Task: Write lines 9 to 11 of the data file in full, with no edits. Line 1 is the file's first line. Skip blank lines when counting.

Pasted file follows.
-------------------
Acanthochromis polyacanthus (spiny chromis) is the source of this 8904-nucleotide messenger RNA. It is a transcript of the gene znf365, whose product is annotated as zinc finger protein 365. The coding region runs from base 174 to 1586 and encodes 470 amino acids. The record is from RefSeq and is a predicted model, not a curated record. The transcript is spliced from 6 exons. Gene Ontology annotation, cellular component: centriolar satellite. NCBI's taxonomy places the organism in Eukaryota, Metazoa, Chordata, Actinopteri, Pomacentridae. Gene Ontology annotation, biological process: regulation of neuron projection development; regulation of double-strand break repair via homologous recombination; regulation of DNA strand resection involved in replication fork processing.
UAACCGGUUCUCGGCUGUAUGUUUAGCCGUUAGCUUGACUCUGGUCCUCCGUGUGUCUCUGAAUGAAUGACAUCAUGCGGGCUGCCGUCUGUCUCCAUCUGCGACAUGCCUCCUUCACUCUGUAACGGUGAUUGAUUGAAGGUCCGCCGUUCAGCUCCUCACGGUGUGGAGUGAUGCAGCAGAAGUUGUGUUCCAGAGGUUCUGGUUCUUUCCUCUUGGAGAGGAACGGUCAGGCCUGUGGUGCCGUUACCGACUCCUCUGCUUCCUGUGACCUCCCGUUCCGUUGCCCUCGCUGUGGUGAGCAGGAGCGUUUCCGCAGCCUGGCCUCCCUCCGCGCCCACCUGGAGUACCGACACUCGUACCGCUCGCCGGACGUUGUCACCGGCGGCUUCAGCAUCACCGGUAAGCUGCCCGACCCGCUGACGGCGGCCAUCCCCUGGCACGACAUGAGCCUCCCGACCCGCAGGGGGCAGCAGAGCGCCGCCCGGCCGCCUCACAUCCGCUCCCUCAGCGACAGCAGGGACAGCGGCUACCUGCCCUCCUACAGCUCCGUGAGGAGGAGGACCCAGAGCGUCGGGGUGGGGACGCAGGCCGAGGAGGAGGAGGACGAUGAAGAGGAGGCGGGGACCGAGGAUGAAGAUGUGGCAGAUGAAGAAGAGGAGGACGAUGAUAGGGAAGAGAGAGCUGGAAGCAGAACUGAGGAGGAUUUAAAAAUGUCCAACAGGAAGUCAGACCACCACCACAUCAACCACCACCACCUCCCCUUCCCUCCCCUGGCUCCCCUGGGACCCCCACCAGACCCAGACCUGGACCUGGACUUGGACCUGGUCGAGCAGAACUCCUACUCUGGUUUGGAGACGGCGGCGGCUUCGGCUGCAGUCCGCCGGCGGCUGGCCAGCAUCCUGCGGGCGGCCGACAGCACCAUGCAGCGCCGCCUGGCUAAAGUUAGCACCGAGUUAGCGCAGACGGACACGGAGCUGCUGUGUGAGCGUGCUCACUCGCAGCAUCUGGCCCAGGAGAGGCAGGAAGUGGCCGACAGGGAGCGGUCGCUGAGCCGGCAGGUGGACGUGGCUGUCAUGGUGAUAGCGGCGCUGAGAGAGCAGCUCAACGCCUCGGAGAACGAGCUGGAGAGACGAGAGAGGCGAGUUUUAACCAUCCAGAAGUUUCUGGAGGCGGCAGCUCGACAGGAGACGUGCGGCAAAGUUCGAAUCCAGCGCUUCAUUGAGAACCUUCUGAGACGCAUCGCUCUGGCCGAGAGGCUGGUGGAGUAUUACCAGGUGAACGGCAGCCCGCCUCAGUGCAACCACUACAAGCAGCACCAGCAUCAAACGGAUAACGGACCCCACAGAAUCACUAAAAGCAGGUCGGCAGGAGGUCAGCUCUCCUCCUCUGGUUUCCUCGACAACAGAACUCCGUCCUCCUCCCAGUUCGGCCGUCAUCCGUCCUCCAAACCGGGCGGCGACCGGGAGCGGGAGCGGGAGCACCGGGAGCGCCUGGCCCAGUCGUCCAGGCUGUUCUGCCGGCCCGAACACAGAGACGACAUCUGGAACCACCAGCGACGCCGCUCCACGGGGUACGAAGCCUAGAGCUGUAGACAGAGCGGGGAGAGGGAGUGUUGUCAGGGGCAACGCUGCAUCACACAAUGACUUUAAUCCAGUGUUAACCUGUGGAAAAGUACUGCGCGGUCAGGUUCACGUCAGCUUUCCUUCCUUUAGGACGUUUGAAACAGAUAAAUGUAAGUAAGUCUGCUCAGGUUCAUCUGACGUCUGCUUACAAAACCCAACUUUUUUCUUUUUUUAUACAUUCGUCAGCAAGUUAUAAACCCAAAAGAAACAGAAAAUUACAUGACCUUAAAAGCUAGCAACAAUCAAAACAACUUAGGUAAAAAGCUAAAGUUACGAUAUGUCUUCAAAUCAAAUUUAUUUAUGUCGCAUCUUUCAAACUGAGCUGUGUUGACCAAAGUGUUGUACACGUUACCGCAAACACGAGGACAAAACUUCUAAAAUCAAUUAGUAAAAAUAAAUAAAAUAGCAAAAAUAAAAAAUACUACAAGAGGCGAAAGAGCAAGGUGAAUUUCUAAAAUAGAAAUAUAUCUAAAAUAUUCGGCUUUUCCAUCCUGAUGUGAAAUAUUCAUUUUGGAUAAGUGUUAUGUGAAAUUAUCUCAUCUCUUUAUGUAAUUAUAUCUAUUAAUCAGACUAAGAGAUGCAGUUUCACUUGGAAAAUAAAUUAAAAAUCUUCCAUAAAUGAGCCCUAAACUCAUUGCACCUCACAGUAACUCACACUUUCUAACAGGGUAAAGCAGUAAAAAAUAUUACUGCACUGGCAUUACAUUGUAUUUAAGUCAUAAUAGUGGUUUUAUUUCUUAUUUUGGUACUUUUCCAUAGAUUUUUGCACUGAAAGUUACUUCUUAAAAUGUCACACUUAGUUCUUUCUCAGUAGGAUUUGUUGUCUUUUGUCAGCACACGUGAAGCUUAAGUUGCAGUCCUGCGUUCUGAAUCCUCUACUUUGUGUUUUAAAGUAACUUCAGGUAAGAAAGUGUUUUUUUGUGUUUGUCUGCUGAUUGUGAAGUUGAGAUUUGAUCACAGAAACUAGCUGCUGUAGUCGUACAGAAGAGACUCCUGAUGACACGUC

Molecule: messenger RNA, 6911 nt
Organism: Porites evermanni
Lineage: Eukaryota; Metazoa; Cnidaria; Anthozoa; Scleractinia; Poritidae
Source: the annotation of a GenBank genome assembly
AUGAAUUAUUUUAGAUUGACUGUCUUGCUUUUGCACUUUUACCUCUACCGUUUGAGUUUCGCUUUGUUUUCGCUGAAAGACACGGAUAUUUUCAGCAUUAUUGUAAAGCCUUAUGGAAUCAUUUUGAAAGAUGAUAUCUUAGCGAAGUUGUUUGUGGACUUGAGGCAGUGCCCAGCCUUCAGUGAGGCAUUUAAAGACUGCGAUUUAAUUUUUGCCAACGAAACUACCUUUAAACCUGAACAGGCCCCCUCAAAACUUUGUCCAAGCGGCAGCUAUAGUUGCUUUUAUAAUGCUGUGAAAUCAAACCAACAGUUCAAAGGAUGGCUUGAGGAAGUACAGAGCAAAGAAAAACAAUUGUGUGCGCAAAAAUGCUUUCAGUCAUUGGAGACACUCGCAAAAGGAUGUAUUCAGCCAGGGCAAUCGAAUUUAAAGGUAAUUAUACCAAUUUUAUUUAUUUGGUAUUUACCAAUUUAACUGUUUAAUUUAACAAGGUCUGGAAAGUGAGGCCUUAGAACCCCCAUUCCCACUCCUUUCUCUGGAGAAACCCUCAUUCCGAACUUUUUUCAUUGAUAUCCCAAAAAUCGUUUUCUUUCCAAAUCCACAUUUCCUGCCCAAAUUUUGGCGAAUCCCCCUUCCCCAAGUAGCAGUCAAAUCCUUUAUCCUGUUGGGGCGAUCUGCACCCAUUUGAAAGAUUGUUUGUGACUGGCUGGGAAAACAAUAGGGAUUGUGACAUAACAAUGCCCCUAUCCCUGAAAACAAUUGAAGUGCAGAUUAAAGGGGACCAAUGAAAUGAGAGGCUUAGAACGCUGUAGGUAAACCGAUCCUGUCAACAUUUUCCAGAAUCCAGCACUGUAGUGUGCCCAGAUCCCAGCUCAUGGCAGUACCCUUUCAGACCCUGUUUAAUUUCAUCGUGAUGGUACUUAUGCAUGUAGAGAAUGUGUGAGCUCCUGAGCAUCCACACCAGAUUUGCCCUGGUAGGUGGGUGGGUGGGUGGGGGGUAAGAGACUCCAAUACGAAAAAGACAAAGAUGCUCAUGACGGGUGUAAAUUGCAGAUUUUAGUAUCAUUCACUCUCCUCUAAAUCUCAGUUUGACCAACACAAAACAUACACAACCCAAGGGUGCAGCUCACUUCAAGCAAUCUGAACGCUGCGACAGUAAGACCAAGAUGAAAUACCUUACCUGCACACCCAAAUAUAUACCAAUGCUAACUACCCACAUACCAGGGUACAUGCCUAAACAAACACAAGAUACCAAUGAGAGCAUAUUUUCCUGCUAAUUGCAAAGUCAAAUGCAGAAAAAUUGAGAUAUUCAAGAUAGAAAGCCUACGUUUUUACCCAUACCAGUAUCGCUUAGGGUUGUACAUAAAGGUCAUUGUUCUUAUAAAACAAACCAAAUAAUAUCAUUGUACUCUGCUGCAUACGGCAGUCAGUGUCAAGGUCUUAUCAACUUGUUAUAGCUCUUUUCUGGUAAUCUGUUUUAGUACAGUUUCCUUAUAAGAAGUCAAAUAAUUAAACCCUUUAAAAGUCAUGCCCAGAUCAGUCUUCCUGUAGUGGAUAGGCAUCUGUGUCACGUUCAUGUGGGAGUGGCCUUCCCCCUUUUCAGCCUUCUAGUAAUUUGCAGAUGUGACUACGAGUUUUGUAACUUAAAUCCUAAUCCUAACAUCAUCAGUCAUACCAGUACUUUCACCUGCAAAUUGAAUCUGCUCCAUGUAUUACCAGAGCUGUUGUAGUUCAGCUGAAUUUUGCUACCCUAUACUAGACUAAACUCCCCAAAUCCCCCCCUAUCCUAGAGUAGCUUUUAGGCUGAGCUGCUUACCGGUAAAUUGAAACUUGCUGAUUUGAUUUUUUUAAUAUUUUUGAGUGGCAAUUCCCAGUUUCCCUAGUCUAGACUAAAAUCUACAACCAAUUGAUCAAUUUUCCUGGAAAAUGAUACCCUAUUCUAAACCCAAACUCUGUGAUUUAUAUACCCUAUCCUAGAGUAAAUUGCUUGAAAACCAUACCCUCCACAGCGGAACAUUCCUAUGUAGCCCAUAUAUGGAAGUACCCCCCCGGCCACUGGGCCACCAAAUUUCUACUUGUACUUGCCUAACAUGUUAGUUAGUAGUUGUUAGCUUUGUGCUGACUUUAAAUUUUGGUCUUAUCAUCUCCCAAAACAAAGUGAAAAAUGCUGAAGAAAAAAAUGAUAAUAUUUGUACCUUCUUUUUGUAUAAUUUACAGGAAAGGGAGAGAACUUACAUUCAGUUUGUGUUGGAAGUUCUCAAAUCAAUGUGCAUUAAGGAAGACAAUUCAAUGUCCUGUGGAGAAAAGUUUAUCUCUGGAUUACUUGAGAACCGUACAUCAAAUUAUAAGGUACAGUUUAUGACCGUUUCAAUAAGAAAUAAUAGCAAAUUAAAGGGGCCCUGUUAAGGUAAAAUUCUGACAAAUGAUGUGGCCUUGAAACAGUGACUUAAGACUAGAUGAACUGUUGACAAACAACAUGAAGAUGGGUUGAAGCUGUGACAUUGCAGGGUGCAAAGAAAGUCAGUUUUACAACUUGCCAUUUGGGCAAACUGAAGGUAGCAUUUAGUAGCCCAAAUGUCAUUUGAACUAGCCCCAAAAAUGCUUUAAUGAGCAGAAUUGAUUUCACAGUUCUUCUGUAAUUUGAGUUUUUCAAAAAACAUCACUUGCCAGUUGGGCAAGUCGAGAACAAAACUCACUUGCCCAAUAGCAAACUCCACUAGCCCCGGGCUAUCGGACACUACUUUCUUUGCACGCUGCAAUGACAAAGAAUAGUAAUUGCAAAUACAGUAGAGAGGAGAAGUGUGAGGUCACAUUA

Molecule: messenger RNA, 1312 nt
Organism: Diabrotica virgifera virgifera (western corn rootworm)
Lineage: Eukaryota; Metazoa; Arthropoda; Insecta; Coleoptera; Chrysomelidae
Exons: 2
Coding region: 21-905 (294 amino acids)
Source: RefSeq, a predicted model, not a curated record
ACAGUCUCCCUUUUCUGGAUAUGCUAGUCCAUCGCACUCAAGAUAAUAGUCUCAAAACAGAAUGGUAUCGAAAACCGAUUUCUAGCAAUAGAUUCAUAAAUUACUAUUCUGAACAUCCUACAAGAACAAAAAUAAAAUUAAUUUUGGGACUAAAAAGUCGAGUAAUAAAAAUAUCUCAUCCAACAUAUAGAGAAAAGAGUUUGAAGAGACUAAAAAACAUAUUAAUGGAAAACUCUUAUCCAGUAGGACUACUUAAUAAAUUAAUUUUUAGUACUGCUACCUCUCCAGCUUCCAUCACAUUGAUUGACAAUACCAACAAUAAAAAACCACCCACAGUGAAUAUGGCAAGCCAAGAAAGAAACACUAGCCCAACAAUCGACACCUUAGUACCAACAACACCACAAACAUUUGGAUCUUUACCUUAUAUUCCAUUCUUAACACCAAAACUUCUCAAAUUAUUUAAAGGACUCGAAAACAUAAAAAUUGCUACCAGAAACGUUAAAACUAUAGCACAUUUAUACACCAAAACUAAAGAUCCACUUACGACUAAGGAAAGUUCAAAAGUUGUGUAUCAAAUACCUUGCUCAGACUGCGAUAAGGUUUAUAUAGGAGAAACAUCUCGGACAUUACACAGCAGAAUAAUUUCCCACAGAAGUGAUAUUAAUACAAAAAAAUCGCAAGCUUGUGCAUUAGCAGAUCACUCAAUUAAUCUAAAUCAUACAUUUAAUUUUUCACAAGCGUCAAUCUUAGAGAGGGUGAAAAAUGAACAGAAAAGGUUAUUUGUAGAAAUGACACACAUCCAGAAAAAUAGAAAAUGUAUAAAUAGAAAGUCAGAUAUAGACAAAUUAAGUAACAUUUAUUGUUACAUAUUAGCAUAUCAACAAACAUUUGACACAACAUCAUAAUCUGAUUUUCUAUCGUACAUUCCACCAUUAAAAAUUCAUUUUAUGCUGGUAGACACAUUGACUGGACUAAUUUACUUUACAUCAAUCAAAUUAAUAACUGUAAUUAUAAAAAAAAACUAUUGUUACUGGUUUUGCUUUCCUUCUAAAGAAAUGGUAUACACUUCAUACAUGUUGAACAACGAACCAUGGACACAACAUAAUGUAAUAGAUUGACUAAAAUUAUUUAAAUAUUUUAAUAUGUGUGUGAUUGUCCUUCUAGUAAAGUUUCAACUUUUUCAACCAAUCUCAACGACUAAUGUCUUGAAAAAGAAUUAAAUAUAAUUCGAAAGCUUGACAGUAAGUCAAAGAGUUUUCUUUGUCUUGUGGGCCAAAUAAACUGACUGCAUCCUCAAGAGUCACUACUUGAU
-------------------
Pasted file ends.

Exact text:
Organism: Diabrotica virgifera virgifera (western corn rootworm)
Lineage: Eukaryota; Metazoa; Arthropoda; Insecta; Coleoptera; Chrysomelidae
Exons: 2